*    The Putting Children First reforms aim to establish an independent regulator for social workers, and raise standards through new professional development programmes, and assessment and accreditation.


Neighbourhood services

Neighbourhood services have faced the steepest spending cuts of any of the services covered in this report. The evidence we have suggests that services have not been cut back and they have not deteriorated in quality on anything like the same scale as other services. This indicates that efficiencies have been made.

But there is insufficient data to judge the scale or source of those efficiencies accurately. For many neighbourhood services (such as community centres, tourism, museums and support for the arts) there is no data at all on service inputs or outputs. This means that central government (let alone outside observers) cannot accurately assess how far these efficiencies have bridged the gap between spending and demand, and how much further they could be pushed.

This is a real problem. Local authorities are democratically accountable for delivering services that meet residents’ expectations, but the financial context in which they operate is heavily controlled by Whitehall. Central government needs a detailed understanding of the consequences of these financial decisions to judge what a reasonable level of funding is for the local tier of government.

Most of the pertinent data is already collected by local authorities. We are not advocating for further heavy reporting burdens to be placed on local government by Whitehall. It would be better for local authorities to come together and agree to adhere to common standards in the way they collect, store and publish the data they generate and use themselves as part of their day-to-day business. Then it could be aggregated to create a national picture. Central government should support these efforts – so that it can develop its own understanding of local efficiency efforts, and where key service pressure points are emerging.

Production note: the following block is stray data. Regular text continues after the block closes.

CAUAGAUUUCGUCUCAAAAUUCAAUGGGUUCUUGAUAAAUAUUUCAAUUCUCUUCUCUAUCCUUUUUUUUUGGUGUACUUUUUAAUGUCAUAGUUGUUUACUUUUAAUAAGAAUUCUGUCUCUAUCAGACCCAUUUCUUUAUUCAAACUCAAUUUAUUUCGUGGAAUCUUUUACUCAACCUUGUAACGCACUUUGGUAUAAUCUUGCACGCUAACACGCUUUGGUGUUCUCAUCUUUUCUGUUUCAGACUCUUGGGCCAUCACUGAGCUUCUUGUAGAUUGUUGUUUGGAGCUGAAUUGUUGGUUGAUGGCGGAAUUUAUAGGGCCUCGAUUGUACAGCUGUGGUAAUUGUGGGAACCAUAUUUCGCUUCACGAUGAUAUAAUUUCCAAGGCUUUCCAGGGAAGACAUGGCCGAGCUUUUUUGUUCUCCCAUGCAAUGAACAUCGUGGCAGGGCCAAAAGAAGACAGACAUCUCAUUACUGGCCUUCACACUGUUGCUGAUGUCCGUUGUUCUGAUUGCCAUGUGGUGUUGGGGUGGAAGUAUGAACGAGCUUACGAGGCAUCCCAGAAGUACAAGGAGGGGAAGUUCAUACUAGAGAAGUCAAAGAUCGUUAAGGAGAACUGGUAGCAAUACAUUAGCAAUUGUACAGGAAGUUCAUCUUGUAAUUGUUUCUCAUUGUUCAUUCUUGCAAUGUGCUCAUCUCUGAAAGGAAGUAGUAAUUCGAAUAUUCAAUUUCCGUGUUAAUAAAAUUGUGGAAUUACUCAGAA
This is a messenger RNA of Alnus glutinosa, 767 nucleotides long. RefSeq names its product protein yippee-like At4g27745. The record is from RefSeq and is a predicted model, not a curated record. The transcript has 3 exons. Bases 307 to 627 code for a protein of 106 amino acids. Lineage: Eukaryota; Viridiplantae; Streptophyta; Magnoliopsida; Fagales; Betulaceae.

Law and order

The police

The police service has managed steep spending and staff cuts over the past eight years, while being faced with rising demand in at least some areas. However, the absence of good information on the ‘non-crime’ issues that the police deal with, such as helping people in a mental health crisis, means that we cannot say exactly how overall demands have changed.

The data suggests that the police service initially managed to meet the demands placed on it. But warning signs have emerged in more recent years, which suggest that the police service is now struggling to meet demand while also maintaining the quality of the service. The proportion of offences that result in a charge has been declining, as has victim satisfaction with the way the police have handled crimes. Her Majesty’s Inspector of Constabulary and Fire & Rescue Services (HMICFRS) has reported that a quarter of forces are struggling to deal with 999 calls in a timely way. Police financial reserves are also starting to be depleted.